Mechanical troubles are the real downside of living on wheels. It is so much more important for things to run smoothly and the freedom to move vanishes in an instant when things go wrong, leaving you wherever you happen to be. As it goes the park and ride is a sort of sanctuary in this kind of situation, it's quite alright to be parked here for lengths of time, and we are close to town to frantically sell pictures in order to pay for the work!

All the while we have been in this loop of trying-to-get-to-the-bottom-of-it-and-then-not, I have struggled to work and we have sold some pictures. Tui even turned the carpark into a carpentry workshop for a day or two whilst he made a new cupboard for our crawl-through. The space between cab and house had become a sort of pile of vegetables and cartons of juice and milk and bags of salad, and butter (it was cooler you see), so we thought why not put all that into a cupboard... and there's the lovely result above. Tui can be seen here from my desk window mid saw, and his activities even brought the carpark attendant over as he'd had a call from the central CCTV monitors telling him "there's some bloke in the carpark making a cupboard!"
The handles (which I think look slightly like poached eggs) are my contribution to the new creation and are made from a piece of Yew that we found back in the orchard days before any chugging was even on the horizon.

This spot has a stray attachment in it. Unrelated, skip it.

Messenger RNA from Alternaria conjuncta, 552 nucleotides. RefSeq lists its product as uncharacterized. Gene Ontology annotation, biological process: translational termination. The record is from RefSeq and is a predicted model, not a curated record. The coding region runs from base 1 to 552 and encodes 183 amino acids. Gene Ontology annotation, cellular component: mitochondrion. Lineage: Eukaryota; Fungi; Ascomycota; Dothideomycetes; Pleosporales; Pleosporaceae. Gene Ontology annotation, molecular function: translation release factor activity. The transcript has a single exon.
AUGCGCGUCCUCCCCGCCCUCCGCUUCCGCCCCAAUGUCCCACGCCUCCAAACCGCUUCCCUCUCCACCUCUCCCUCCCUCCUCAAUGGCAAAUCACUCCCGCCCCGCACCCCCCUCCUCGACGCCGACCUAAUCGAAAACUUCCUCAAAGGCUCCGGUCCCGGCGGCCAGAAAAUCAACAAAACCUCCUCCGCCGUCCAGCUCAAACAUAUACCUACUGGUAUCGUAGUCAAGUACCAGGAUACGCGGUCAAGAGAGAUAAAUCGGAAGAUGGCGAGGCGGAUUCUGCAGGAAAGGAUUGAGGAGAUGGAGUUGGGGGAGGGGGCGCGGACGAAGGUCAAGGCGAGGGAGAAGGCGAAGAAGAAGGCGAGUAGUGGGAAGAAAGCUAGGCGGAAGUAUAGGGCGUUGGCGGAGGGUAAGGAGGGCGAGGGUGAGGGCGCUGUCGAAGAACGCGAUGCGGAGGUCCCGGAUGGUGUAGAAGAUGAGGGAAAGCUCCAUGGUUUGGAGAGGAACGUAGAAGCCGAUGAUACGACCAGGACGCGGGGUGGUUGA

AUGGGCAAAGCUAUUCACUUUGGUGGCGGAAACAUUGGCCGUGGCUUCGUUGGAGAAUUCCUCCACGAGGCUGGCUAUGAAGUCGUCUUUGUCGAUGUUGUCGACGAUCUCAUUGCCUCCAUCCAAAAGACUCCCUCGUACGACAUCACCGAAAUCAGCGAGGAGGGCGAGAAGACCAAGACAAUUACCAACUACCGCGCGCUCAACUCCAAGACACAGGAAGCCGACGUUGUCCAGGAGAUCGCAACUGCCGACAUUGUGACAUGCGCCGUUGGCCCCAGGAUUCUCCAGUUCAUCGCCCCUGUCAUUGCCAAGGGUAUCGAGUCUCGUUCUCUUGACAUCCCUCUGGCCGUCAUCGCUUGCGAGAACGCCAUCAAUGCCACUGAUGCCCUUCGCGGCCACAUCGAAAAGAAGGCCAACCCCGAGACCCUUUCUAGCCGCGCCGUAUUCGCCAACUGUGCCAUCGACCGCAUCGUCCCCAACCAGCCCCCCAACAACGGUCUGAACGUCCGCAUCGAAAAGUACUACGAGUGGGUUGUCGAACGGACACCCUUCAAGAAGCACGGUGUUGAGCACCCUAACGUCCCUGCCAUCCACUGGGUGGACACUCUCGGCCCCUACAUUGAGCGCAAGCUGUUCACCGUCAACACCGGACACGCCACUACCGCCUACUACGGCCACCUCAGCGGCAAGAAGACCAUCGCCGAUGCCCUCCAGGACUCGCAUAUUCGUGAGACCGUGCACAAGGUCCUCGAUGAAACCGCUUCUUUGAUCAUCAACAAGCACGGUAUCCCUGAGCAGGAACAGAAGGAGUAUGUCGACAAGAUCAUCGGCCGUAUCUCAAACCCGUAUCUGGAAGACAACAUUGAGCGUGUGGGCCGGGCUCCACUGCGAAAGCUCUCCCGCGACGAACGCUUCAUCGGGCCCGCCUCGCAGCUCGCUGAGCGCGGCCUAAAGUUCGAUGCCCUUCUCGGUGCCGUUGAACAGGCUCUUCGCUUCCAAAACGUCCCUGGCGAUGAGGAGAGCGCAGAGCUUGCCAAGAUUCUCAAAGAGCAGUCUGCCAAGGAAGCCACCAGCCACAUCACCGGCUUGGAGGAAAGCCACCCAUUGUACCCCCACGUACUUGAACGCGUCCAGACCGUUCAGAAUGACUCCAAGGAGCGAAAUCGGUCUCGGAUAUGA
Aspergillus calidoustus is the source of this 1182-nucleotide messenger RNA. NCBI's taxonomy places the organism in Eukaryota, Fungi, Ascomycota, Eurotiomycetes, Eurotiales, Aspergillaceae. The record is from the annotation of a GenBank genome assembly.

I leave you with a familiar scene of recent days... our house pulled in on a roadside somewhere with the engine hood up, spanners strewn across the pavement, Tui underneath cursing, and kind folk stopping to cough through our exhaust smoke and ask if they can help.
Will we be wandering again next week? Oh I do hope so...

*edited for secrecy :)

I would like to report that following this rather glum post we chugged off to the garage-on-the-farm and had our faith in humanity restored. The kind fellows at Injection Development took time and care and diagnosed the problem straight away. It was just a small heater plug part malfunctioning that was letting unburnt diesel through the system. Our relief is tangible... and they shook their heads at the rogues in Faversham, quite incredulous at how much they had charged for not fixing it! It is so nice to have someone who knows an engine inside out really look and work it all out. We needn't have had all this trouble if we had been there in the first place. But now we know, and if ever anyone else is near Canterbury with diesel problems, I can't recommend them highly enough. And the setting is so much more lovely than that dreadful industrial estate.
Rightyho, well I shall return soon with more cheery tales of travelling again!